With ESPN Taking Action For "Chink In The Armor" Uses, Ball's (L)in MSG's Court

ESPN has handed a month-long suspension to a television anchor, and fired a digital media employee, for their uses of the term "chink in the armor" regarding Jeremy Lin. Meanwhile, Knicks play-by-play announcer Spero Dedes, who used the same phrase on an ESPN-owned radio station on Friday night, has yet to be penalized Dedes is shown here interviewing Lin for an MSG TV special which aired last week..

An ESPN employee who made a dubious choice of a headline following the Knicks’ first loss in eight games now finds himself (or herself) on the unemployment Lin.

In the wake of the headline “Chink In The Armor” attached to a story about the Knicks’ loss to the Hornets on Friday night, in a game in which point guard Jeremy Lin recorded nine turnovers, ESPN made good on its promise of “appropriate disciplinary action” and terminated the employee involved with the decision to publish the headline on their mobile application.

“The ESPN employee responsible for our Mobile headline has been dismissed,” ESPN’s director of communications in digital media, Kevin Ota, announced in a statement. This clears Ian Begley, who had written the story linked (or, if you prefer, Lin-ked) to the derogatory headline, of any wrongdoing.

ESPN’s next course of action involved a use of the phrase on ESPNews Wednesday night, following the Knicks’ last win. Interviewing Knicks television color commentator (and Knicks Hall of Famer) Walt “Clyde” Frazier, anchor Max Bretos posed the question, “If there is a chink in the armor, where can he improve his game?”

Referring to Bretos in the same statement today, Ota writes, “The ESPNews anchor has been suspended for 30 days.” (An ESPNews anchor apologized on behalf of that usage Saturday afternoon on “SportsCenter” on ESPNews.)

While his use of the phrase may have been more innocent than the one that claimed the job of the ESPN mobile employee, it is clear that given the subject matter, Jeremy Lin, there is a far better choice of words – especially given Bretos’ current companion.

“My wife is Asian,” Bretos pleaded Saturday night in a multi-tweet apology on his Twitter account. “[I] would never intentionally say anything to disrespect her and that community.

“I have learned from this will make every effort to avoid something similar happening again,” wrote Bretos, adding praise for fellow ESPN employees of Asian descent such as Michael Kim. “Everyone should be so fortunate to have colleagues like [Kim].”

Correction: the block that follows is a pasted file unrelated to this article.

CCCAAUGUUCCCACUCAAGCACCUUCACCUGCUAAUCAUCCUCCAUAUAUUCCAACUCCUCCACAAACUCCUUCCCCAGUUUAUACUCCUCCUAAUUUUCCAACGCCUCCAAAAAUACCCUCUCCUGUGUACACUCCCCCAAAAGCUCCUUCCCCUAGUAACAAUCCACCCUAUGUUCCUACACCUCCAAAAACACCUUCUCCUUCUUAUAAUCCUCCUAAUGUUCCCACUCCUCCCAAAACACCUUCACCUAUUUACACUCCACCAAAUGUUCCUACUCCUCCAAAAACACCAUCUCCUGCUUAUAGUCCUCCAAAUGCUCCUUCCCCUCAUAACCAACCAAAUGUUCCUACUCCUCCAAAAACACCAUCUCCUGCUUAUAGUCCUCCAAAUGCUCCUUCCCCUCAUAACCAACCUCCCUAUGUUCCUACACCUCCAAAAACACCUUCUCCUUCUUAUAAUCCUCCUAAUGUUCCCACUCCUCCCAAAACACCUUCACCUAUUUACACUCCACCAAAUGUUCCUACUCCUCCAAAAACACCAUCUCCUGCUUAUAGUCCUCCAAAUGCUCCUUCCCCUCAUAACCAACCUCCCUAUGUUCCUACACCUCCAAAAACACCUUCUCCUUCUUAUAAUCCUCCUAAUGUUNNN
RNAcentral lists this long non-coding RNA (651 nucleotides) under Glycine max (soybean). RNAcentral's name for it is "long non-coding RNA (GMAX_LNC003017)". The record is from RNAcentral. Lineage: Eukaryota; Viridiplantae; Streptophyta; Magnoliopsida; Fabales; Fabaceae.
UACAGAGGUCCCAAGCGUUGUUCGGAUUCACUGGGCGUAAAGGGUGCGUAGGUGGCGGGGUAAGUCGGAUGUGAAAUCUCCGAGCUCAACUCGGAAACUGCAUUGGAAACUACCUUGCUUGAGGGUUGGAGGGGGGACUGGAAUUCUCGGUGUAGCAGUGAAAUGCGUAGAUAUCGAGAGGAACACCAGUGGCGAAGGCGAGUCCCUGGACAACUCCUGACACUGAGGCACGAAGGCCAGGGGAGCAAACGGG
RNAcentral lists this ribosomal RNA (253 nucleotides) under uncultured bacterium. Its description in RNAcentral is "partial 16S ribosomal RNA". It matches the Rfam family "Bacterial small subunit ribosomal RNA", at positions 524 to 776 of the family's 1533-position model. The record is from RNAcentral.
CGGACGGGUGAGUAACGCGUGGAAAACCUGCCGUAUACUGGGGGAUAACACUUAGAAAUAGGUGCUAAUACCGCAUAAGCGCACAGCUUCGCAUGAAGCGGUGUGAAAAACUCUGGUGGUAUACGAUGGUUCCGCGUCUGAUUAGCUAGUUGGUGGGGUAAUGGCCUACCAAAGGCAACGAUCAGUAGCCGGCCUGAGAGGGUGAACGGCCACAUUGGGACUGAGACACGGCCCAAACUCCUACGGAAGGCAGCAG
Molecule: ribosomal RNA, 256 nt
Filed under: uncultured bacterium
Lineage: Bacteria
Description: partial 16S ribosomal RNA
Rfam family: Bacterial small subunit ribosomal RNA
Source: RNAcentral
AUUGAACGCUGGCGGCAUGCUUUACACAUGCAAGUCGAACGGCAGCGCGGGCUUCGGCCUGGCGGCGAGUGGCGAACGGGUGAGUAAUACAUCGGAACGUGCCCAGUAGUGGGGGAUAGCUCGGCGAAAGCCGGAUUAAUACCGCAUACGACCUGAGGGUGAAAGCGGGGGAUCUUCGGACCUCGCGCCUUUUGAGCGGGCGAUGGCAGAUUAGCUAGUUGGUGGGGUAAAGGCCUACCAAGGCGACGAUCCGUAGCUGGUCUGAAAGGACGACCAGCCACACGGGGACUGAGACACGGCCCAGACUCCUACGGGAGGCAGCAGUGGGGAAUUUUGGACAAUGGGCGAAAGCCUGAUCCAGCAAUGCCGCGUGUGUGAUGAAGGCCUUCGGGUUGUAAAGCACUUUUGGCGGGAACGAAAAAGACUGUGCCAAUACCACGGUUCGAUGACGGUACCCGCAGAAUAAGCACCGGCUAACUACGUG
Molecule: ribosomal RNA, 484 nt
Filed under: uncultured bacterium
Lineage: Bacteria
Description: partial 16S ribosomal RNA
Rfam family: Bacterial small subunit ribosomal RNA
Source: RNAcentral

In addition, Ota addressed a third utterance of the “chink in the armor” phrase with regards to Jeremy Lin on the radio – but it was not the one that we exclusively reported happened last Saturday afternoon, according to a Twitter user who had heard it.

Instead, the other use of the phrase happened Friday night at the conclusion of the Knicks broadcast on 1050 ESPN Radio in New York. Ota only wrote in the statement that “the radio commentator is not an ESPN employee.” That radio commentator, Spero Dedes, is in his first year of calling Knicks games on the radio, after spending a half-dozen years in the same capacity for the Los Angeles Lakers. (The Paramus, N.J. native also has experience on NFL Network.)

But if you look at Dedes’ use of the phrase, it appears to be far worse than the other two uses by Bretos and the now-canned mobile employee.

The headline appearing on ESPN’s mobile website was accompanied by a photo of Lin, while Bretos referred to Lin as “he.”

Dedes actually ties the two directly together: “For the first time in what has been a remarkable two-week run, Jeremy Lin shows a chink in the armor.”

Knicks radio broadcasts are produced by MSG Radio Network – meaning Dedes is on MSG’s payroll.

Interestingly, Dedes recently conducted “an exclusive one-on-one interview” with Lin that debuted on their network late last week.

Let’s see: ESPN has suspended one of their employees and fired another for their uses of the phrase “chink in the armor” when discussing Jeremy Lin (with disciplinary action on the third alleged incident on ESPN Radio last weekend still to be determined).

Meanwhile, MSG seems reluctant to issue any disciplinary action in the derogatory slurs against Lin that appeared not only on their television network (and doubly, in their building) on Wednesday night (at least reprimand the cameraperson responsible for that shot), but on their radio network after their lead basketball analyst analyst uses the same fateful phrase to close out a broadcast.

This was brought to Spike Lee’s attention. Spike Lee is the biggest New York Knicks fan. When he speaks, you’d better “do the right thing” and listen up. “IT’S WRONG,” Lee tweeted this morning.

It is, Spike. Yet Dedes (at press time) is preparing to call this afternoon’s Knicks/Mavericks game with no punishment whatsoever.

The Worldwide Leader has done their part.

It’s now time for MSG to issue some Lin-junction.

2 comments on “With ESPN Taking Action For "Chink In The Armor" Uses, Ball's (L)in MSG's Court

  1. greg says:

    Linsanity ESPN Racial Slur Trifecta

  2. rob says:

    This creep got away with it. He should apologize or be fired too.

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